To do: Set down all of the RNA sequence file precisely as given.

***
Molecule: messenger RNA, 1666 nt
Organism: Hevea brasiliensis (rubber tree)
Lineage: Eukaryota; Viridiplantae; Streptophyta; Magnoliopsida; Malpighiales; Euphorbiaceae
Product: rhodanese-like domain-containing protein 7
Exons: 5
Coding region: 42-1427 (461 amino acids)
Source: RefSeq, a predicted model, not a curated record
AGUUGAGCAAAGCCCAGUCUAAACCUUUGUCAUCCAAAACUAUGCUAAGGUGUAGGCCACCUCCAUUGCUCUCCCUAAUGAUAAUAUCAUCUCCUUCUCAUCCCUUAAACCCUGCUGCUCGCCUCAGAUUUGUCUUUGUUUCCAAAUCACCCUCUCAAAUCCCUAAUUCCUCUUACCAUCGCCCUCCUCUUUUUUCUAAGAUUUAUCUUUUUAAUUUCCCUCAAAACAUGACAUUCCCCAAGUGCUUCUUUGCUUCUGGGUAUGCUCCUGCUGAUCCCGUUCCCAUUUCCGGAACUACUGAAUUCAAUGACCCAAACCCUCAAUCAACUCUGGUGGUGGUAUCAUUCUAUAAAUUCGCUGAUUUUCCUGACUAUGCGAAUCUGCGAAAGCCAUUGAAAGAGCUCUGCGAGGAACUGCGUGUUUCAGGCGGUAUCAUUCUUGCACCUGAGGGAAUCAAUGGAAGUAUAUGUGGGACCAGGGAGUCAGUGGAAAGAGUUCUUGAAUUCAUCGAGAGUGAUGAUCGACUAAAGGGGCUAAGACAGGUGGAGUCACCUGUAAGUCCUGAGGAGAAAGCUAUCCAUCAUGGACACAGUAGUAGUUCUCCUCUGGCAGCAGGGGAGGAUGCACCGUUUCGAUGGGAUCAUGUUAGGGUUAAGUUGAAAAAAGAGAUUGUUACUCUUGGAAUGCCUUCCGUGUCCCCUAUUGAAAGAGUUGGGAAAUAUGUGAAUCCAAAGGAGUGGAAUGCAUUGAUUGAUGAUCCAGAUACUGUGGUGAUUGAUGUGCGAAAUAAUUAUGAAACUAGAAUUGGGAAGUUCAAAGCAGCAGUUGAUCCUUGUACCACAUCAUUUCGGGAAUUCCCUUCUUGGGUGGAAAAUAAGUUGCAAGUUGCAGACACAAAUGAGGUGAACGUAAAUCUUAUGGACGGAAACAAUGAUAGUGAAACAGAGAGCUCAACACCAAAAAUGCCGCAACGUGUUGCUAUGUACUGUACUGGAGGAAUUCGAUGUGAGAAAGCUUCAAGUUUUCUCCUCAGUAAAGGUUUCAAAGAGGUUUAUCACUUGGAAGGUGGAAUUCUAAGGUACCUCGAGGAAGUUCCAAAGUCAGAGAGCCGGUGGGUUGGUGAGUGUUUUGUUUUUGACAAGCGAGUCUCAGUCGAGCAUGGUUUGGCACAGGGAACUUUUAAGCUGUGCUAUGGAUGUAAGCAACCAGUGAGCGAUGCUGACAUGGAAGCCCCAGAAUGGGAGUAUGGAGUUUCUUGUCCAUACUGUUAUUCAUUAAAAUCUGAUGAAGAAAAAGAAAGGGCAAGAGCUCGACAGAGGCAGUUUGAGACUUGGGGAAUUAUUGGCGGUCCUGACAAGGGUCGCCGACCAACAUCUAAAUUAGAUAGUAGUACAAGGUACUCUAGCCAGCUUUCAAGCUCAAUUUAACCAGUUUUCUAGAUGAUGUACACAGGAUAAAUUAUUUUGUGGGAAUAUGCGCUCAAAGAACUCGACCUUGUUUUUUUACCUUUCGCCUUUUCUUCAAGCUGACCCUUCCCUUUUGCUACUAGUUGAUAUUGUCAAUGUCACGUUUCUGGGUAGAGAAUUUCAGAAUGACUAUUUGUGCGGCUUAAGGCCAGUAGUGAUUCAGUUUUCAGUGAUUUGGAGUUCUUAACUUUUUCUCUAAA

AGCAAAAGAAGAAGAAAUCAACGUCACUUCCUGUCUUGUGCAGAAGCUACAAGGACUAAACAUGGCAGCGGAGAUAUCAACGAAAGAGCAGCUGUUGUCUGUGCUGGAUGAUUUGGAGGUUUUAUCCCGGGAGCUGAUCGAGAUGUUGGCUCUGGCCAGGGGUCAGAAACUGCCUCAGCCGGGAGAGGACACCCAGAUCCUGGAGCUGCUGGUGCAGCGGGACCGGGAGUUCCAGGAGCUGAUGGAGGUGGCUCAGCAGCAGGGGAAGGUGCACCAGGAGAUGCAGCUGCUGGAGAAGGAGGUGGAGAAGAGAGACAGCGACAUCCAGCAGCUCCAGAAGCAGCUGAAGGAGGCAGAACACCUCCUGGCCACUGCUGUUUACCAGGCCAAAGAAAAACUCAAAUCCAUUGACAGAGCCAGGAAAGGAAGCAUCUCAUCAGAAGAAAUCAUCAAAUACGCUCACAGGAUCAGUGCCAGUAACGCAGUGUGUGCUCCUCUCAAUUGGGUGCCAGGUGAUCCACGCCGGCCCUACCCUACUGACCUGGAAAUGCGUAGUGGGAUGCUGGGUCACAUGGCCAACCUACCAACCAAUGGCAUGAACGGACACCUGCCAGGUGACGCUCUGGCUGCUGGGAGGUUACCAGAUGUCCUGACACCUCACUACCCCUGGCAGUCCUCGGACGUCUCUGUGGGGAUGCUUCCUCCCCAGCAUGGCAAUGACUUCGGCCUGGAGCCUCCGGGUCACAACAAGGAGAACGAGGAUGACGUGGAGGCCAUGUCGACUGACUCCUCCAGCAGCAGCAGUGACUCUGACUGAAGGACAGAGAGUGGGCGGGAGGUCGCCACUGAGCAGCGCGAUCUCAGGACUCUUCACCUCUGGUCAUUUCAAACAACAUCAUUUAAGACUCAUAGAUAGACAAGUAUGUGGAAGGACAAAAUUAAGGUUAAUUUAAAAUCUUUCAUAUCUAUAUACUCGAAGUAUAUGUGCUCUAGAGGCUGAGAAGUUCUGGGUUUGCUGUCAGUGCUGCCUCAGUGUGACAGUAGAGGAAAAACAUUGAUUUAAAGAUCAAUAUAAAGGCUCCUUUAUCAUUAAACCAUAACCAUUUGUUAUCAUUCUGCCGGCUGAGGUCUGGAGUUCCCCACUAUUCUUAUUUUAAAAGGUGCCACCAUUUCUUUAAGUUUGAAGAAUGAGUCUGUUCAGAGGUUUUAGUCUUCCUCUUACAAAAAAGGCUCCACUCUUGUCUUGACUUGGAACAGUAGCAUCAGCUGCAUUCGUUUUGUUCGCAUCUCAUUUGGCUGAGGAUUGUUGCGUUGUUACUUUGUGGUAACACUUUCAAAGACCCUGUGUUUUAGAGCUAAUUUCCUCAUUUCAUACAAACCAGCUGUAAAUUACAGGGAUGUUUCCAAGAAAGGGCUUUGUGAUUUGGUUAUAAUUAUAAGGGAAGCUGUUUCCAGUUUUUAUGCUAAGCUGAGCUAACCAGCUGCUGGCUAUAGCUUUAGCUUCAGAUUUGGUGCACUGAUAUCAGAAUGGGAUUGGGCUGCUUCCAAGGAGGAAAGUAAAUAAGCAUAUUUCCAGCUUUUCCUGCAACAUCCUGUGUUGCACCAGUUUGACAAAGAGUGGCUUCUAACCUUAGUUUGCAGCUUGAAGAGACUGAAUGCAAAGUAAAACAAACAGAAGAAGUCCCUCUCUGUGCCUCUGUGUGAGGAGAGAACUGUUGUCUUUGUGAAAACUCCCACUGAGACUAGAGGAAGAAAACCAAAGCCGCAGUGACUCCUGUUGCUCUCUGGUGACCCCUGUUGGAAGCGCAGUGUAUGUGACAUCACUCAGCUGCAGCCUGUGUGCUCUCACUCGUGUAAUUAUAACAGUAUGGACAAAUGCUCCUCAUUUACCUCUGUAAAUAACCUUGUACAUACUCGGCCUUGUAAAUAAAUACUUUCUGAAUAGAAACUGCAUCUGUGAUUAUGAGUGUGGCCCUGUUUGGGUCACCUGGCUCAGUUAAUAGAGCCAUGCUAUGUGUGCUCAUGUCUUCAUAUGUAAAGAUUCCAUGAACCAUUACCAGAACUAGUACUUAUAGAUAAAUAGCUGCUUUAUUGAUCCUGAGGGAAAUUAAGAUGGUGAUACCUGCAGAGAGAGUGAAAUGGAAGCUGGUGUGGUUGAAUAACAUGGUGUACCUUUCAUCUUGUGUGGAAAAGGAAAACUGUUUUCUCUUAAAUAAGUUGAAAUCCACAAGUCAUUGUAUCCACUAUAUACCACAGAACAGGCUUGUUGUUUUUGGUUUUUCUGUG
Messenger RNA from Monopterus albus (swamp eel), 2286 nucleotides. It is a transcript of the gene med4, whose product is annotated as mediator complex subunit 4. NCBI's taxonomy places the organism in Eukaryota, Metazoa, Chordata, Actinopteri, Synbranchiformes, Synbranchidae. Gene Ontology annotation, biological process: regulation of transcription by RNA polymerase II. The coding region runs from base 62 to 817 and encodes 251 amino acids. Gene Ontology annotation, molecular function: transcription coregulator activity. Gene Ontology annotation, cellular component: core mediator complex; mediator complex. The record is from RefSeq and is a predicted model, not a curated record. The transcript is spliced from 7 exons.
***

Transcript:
Molecule: messenger RNA, 1666 nt
Organism: Hevea brasiliensis (rubber tree)
Lineage: Eukaryota; Viridiplantae; Streptophyta; Magnoliopsida; Malpighiales; Euphorbiaceae
Product: rhodanese-like domain-containing protein 7
Exons: 5
Coding region: 42-1427 (461 amino acids)
Source: RefSeq, a predicted model, not a curated record
AGUUGAGCAAAGCCCAGUCUAAACCUUUGUCAUCCAAAACUAUGCUAAGGUGUAGGCCACCUCCAUUGCUCUCCCUAAUGAUAAUAUCAUCUCCUUCUCAUCCCUUAAACCCUGCUGCUCGCCUCAGAUUUGUCUUUGUUUCCAAAUCACCCUCUCAAAUCCCUAAUUCCUCUUACCAUCGCCCUCCUCUUUUUUCUAAGAUUUAUCUUUUUAAUUUCCCUCAAAACAUGACAUUCCCCAAGUGCUUCUUUGCUUCUGGGUAUGCUCCUGCUGAUCCCGUUCCCAUUUCCGGAACUACUGAAUUCAAUGACCCAAACCCUCAAUCAACUCUGGUGGUGGUAUCAUUCUAUAAAUUCGCUGAUUUUCCUGACUAUGCGAAUCUGCGAAAGCCAUUGAAAGAGCUCUGCGAGGAACUGCGUGUUUCAGGCGGUAUCAUUCUUGCACCUGAGGGAAUCAAUGGAAGUAUAUGUGGGACCAGGGAGUCAGUGGAAAGAGUUCUUGAAUUCAUCGAGAGUGAUGAUCGACUAAAGGGGCUAAGACAGGUGGAGUCACCUGUAAGUCCUGAGGAGAAAGCUAUCCAUCAUGGACACAGUAGUAGUUCUCCUCUGGCAGCAGGGGAGGAUGCACCGUUUCGAUGGGAUCAUGUUAGGGUUAAGUUGAAAAAAGAGAUUGUUACUCUUGGAAUGCCUUCCGUGUCCCCUAUUGAAAGAGUUGGGAAAUAUGUGAAUCCAAAGGAGUGGAAUGCAUUGAUUGAUGAUCCAGAUACUGUGGUGAUUGAUGUGCGAAAUAAUUAUGAAACUAGAAUUGGGAAGUUCAAAGCAGCAGUUGAUCCUUGUACCACAUCAUUUCGGGAAUUCCCUUCUUGGGUGGAAAAUAAGUUGCAAGUUGCAGACACAAAUGAGGUGAACGUAAAUCUUAUGGACGGAAACAAUGAUAGUGAAACAGAGAGCUCAACACCAAAAAUGCCGCAACGUGUUGCUAUGUACUGUACUGGAGGAAUUCGAUGUGAGAAAGCUUCAAGUUUUCUCCUCAGUAAAGGUUUCAAAGAGGUUUAUCACUUGGAAGGUGGAAUUCUAAGGUACCUCGAGGAAGUUCCAAAGUCAGAGAGCCGGUGGGUUGGUGAGUGUUUUGUUUUUGACAAGCGAGUCUCAGUCGAGCAUGGUUUGGCACAGGGAACUUUUAAGCUGUGCUAUGGAUGUAAGCAACCAGUGAGCGAUGCUGACAUGGAAGCCCCAGAAUGGGAGUAUGGAGUUUCUUGUCCAUACUGUUAUUCAUUAAAAUCUGAUGAAGAAAAAGAAAGGGCAAGAGCUCGACAGAGGCAGUUUGAGACUUGGGGAAUUAUUGGCGGUCCUGACAAGGGUCGCCGACCAACAUCUAAAUUAGAUAGUAGUACAAGGUACUCUAGCCAGCUUUCAAGCUCAAUUUAACCAGUUUUCUAGAUGAUGUACACAGGAUAAAUUAUUUUGUGGGAAUAUGCGCUCAAAGAACUCGACCUUGUUUUUUUACCUUUCGCCUUUUCUUCAAGCUGACCCUUCCCUUUUGCUACUAGUUGAUAUUGUCAAUGUCACGUUUCUGGGUAGAGAAUUUCAGAAUGACUAUUUGUGCGGCUUAAGGCCAGUAGUGAUUCAGUUUUCAGUGAUUUGGAGUUCUUAACUUUUUCUCUAAA

AGCAAAAGAAGAAGAAAUCAACGUCACUUCCUGUCUUGUGCAGAAGCUACAAGGACUAAACAUGGCAGCGGAGAUAUCAACGAAAGAGCAGCUGUUGUCUGUGCUGGAUGAUUUGGAGGUUUUAUCCCGGGAGCUGAUCGAGAUGUUGGCUCUGGCCAGGGGUCAGAAACUGCCUCAGCCGGGAGAGGACACCCAGAUCCUGGAGCUGCUGGUGCAGCGGGACCGGGAGUUCCAGGAGCUGAUGGAGGUGGCUCAGCAGCAGGGGAAGGUGCACCAGGAGAUGCAGCUGCUGGAGAAGGAGGUGGAGAAGAGAGACAGCGACAUCCAGCAGCUCCAGAAGCAGCUGAAGGAGGCAGAACACCUCCUGGCCACUGCUGUUUACCAGGCCAAAGAAAAACUCAAAUCCAUUGACAGAGCCAGGAAAGGAAGCAUCUCAUCAGAAGAAAUCAUCAAAUACGCUCACAGGAUCAGUGCCAGUAACGCAGUGUGUGCUCCUCUCAAUUGGGUGCCAGGUGAUCCACGCCGGCCCUACCCUACUGACCUGGAAAUGCGUAGUGGGAUGCUGGGUCACAUGGCCAACCUACCAACCAAUGGCAUGAACGGACACCUGCCAGGUGACGCUCUGGCUGCUGGGAGGUUACCAGAUGUCCUGACACCUCACUACCCCUGGCAGUCCUCGGACGUCUCUGUGGGGAUGCUUCCUCCCCAGCAUGGCAAUGACUUCGGCCUGGAGCCUCCGGGUCACAACAAGGAGAACGAGGAUGACGUGGAGGCCAUGUCGACUGACUCCUCCAGCAGCAGCAGUGACUCUGACUGAAGGACAGAGAGUGGGCGGGAGGUCGCCACUGAGCAGCGCGAUCUCAGGACUCUUCACCUCUGGUCAUUUCAAACAACAUCAUUUAAGACUCAUAGAUAGACAAGUAUGUGGAAGGACAAAAUUAAGGUUAAUUUAAAAUCUUUCAUAUCUAUAUACUCGAAGUAUAUGUGCUCUAGAGGCUGAGAAGUUCUGGGUUUGCUGUCAGUGCUGCCUCAGUGUGACAGUAGAGGAAAAACAUUGAUUUAAAGAUCAAUAUAAAGGCUCCUUUAUCAUUAAACCAUAACCAUUUGUUAUCAUUCUGCCGGCUGAGGUCUGGAGUUCCCCACUAUUCUUAUUUUAAAAGGUGCCACCAUUUCUUUAAGUUUGAAGAAUGAGUCUGUUCAGAGGUUUUAGUCUUCCUCUUACAAAAAAGGCUCCACUCUUGUCUUGACUUGGAACAGUAGCAUCAGCUGCAUUCGUUUUGUUCGCAUCUCAUUUGGCUGAGGAUUGUUGCGUUGUUACUUUGUGGUAACACUUUCAAAGACCCUGUGUUUUAGAGCUAAUUUCCUCAUUUCAUACAAACCAGCUGUAAAUUACAGGGAUGUUUCCAAGAAAGGGCUUUGUGAUUUGGUUAUAAUUAUAAGGGAAGCUGUUUCCAGUUUUUAUGCUAAGCUGAGCUAACCAGCUGCUGGCUAUAGCUUUAGCUUCAGAUUUGGUGCACUGAUAUCAGAAUGGGAUUGGGCUGCUUCCAAGGAGGAAAGUAAAUAAGCAUAUUUCCAGCUUUUCCUGCAACAUCCUGUGUUGCACCAGUUUGACAAAGAGUGGCUUCUAACCUUAGUUUGCAGCUUGAAGAGACUGAAUGCAAAGUAAAACAAACAGAAGAAGUCCCUCUCUGUGCCUCUGUGUGAGGAGAGAACUGUUGUCUUUGUGAAAACUCCCACUGAGACUAGAGGAAGAAAACCAAAGCCGCAGUGACUCCUGUUGCUCUCUGGUGACCCCUGUUGGAAGCGCAGUGUAUGUGACAUCACUCAGCUGCAGCCUGUGUGCUCUCACUCGUGUAAUUAUAACAGUAUGGACAAAUGCUCCUCAUUUACCUCUGUAAAUAACCUUGUACAUACUCGGCCUUGUAAAUAAAUACUUUCUGAAUAGAAACUGCAUCUGUGAUUAUGAGUGUGGCCCUGUUUGGGUCACCUGGCUCAGUUAAUAGAGCCAUGCUAUGUGUGCUCAUGUCUUCAUAUGUAAAGAUUCCAUGAACCAUUACCAGAACUAGUACUUAUAGAUAAAUAGCUGCUUUAUUGAUCCUGAGGGAAAUUAAGAUGGUGAUACCUGCAGAGAGAGUGAAAUGGAAGCUGGUGUGGUUGAAUAACAUGGUGUACCUUUCAUCUUGUGUGGAAAAGGAAAACUGUUUUCUCUUAAAUAAGUUGAAAUCCACAAGUCAUUGUAUCCACUAUAUACCACAGAACAGGCUUGUUGUUUUUGGUUUUUCUGUG
Messenger RNA from Monopterus albus (swamp eel), 2286 nucleotides. It is a transcript of the gene med4, whose product is annotated as mediator complex subunit 4. NCBI's taxonomy places the organism in Eukaryota, Metazoa, Chordata, Actinopteri, Synbranchiformes, Synbranchidae. Gene Ontology annotation, biological process: regulation of transcription by RNA polymerase II. The coding region runs from base 62 to 817 and encodes 251 amino acids. Gene Ontology annotation, molecular function: transcription coregulator activity. Gene Ontology annotation, cellular component: core mediator complex; mediator complex. The record is from RefSeq and is a predicted model, not a curated record. The transcript is spliced from 7 exons.